Hot and Cold!

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photo: Tim Schenck

Guest post by Kim Mathews, ASLA, Principal at Mathews Nielsen

The Hills open this summer and the 2016 season will include the final planting push for the Island’s diverse new landscapes.  Altogether Mathews Nielsen Landscape Architects will have planted 7,100 new trees, over 48,000 shrubs and 9,000 perennials.   An exciting summer and likely a hot one!  This apparent new summer norm has many people asking the designers at MNLA about climate change.

The 1990 USDA Plant Hardiness Zone map that landscape architects have used for years to understand where plants will grow best was updated in 2012. The new interactive map http://planthardiness.ars.usda.gov/PHZMWeb/ shows a clear trend of warmer minimum temperatures. Higher numbers mean warmer zones.  For the NYC region, the 2012 map shows a change from zones 6b or 7a to zones 7a to 7b.  Governors Island is currently mapped zone 7b or an average annual minimum winter temperature of 5 - 10 degrees F.

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Climate change is a game changer for many aspects of planting design.  Hotter temperatures will allow some new species to survive here, but new pests and diseases will not be far behind.  A range of climatic variables certainly need to be taken into consideration when dreaming about plants, but the key detrimental factor for any plant continues to be the cold weather, not the hot.  A sudden, out-of-season freeze or very low temperatures can kill a plant immediately.  Soil moisture and high winter winds also enter the picture, adding to the plant’s stress and ability to survive a cold snap.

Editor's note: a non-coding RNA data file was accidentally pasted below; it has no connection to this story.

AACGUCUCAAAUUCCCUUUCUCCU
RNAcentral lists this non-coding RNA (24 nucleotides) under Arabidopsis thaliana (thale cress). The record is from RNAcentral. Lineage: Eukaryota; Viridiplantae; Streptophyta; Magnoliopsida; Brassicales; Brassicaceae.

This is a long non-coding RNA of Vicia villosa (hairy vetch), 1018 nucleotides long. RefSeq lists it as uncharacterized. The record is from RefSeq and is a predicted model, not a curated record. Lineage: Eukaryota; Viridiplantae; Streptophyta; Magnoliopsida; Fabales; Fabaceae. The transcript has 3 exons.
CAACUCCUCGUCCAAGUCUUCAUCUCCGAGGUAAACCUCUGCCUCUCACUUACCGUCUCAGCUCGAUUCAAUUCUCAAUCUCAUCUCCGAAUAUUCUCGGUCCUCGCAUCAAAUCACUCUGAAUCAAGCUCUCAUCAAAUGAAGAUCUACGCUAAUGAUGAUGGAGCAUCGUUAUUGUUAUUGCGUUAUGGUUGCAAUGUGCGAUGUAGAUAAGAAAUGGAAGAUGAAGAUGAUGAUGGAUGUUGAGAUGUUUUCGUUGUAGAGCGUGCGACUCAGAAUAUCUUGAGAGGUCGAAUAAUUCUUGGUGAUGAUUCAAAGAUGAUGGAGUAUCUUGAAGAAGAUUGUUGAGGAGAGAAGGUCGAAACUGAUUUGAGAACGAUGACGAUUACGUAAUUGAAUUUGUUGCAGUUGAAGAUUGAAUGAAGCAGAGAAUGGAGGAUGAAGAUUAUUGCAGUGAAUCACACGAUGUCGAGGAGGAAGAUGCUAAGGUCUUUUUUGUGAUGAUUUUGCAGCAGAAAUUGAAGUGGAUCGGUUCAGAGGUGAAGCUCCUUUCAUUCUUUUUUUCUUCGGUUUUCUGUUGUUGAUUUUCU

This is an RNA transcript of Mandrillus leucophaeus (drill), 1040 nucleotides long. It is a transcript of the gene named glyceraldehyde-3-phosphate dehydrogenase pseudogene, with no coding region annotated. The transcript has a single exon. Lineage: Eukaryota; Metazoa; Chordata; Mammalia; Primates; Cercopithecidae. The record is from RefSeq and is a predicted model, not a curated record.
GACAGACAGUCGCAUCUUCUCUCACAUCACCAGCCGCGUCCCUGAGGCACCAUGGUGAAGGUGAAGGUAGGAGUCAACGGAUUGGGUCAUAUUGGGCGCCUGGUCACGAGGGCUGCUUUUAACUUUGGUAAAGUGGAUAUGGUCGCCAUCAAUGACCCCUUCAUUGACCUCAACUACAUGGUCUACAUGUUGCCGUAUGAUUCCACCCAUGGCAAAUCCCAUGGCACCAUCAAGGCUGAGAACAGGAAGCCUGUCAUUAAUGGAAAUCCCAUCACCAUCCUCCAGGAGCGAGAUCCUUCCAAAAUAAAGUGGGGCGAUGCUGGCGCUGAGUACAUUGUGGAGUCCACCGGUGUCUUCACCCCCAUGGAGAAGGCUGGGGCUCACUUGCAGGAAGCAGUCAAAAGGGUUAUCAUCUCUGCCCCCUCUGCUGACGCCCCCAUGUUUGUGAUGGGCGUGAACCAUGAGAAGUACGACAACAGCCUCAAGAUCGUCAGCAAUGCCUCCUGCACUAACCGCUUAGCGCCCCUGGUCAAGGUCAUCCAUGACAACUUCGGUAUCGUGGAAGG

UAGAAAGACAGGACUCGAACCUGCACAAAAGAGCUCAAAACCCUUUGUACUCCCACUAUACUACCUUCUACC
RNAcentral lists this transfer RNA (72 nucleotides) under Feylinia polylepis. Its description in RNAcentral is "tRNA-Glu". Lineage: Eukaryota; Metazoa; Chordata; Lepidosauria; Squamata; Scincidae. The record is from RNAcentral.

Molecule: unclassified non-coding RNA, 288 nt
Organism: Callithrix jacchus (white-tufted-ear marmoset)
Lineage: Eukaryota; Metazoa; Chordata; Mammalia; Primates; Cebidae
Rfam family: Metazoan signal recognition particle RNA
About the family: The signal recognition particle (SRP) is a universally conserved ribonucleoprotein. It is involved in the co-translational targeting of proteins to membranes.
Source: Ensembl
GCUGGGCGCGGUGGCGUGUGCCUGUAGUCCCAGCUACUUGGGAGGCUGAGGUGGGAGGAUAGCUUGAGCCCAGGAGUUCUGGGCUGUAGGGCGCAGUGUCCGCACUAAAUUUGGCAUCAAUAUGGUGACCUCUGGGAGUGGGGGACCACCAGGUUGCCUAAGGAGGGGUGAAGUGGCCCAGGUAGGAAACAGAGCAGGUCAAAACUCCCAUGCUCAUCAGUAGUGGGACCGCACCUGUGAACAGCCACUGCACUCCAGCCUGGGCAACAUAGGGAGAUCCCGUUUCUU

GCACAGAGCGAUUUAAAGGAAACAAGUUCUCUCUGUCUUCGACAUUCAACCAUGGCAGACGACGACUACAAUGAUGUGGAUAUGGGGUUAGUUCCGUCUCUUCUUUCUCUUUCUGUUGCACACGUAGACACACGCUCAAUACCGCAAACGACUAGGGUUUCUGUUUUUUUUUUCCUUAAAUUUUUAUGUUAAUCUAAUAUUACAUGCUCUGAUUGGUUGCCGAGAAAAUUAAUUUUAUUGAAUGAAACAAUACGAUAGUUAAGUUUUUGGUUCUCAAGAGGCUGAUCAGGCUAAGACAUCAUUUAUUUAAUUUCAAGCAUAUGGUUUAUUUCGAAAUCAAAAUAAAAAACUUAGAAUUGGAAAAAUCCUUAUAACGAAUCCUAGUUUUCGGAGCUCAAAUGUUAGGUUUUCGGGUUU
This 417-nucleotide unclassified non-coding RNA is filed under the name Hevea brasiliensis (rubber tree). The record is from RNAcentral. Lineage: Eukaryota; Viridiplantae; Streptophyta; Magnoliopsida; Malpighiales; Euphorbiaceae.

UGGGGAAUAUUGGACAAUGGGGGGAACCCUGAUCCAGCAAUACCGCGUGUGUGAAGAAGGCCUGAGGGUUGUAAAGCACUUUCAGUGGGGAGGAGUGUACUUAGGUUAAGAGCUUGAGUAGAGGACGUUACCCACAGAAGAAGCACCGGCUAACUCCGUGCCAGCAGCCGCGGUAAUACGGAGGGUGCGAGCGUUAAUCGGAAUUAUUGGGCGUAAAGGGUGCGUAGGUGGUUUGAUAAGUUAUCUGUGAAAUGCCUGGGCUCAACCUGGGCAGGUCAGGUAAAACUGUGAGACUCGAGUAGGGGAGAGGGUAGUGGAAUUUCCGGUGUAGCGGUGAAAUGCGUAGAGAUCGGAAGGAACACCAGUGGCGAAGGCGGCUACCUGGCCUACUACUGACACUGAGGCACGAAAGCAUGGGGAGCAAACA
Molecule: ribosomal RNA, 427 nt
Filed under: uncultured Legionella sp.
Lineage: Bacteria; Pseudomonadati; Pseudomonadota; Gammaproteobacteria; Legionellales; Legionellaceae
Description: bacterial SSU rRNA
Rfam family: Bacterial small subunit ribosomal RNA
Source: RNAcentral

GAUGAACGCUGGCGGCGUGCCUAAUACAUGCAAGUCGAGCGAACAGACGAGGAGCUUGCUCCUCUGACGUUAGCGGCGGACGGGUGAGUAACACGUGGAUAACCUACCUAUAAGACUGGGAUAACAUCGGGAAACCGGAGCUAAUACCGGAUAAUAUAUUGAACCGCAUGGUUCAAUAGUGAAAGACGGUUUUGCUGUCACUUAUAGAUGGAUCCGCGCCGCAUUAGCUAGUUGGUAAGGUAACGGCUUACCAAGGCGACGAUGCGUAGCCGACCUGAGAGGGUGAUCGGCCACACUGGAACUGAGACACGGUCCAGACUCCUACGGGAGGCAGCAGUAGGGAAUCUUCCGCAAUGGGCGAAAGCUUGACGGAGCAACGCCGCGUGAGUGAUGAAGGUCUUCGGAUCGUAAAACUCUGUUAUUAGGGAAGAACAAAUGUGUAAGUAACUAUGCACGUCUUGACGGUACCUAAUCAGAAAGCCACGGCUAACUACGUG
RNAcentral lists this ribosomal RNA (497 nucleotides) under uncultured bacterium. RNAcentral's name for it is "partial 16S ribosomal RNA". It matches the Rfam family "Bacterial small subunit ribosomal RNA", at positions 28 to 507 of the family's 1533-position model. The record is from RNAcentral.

For all these reasons, MNLA considered a broad range of plant species, but we did not lose sight of the minimum temperature ranges and the microclimate conditions on this windy island.  As an example, while designing the Hills, the team considered plants that have tolerance for maritime conditions including high winds.  In selecting the thousands of shrubs that are being planted on the Hills, we looked closely at slope and aspect (sun/shade) in addition to many design parameters (mature size, growth rate, form, salt tolerance, seasonality, maintenance, and availability).  A top pick, the Rhus aromatica ‘Low Gro’ (Fragrant Low Grow Sumac) is a versatile native shrub that we call the “workhorse” of the Hills.  It represents over 20% of the 18 varieties of the shrubs and is catalogued as zone 3 to zone 9 giving it a wide range of tolerance. 

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The new 2012 map is based on 30 years of temperature data (1976-2005) versus 12 years of data for the previous map.  This advance is important for home owners, horticulturalists and designers, but zone information continues to be just one of the pieces of the plant kingdom puzzle.